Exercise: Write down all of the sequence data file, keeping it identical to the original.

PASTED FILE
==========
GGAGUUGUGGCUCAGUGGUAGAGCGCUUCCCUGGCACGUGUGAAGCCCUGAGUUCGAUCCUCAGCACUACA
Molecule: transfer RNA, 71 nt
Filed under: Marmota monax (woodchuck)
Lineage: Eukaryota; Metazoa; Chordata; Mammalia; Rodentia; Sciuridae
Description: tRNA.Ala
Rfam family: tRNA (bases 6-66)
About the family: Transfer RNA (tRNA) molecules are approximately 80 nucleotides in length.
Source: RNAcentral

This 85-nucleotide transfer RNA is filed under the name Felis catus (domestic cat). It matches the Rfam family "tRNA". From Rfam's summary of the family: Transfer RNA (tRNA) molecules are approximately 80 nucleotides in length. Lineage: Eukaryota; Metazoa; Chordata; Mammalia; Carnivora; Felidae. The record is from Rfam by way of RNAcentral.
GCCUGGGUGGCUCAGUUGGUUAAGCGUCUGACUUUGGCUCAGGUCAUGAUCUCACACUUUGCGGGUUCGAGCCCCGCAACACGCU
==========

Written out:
GGAGUUGUGGCUCAGUGGUAGAGCGCUUCCCUGGCACGUGUGAAGCCCUGAGUUCGAUCCUCAGCACUACA
Molecule: transfer RNA, 71 nt
Filed under: Marmota monax (woodchuck)
Lineage: Eukaryota; Metazoa; Chordata; Mammalia; Rodentia; Sciuridae
Description: tRNA.Ala
Rfam family: tRNA (bases 6-66)
About the family: Transfer RNA (tRNA) molecules are approximately 80 nucleotides in length.
Source: RNAcentral

This 85-nucleotide transfer RNA is filed under the name Felis catus (domestic cat). It matches the Rfam family "tRNA". From Rfam's summary of the family: Transfer RNA (tRNA) molecules are approximately 80 nucleotides in length. Lineage: Eukaryota; Metazoa; Chordata; Mammalia; Carnivora; Felidae. The record is from Rfam by way of RNAcentral.
GCCUGGGUGGCUCAGUUGGUUAAGCGUCUGACUUUGGCUCAGGUCAUGAUCUCACACUUUGCGGGUUCGAGCCCCGCAACACGCU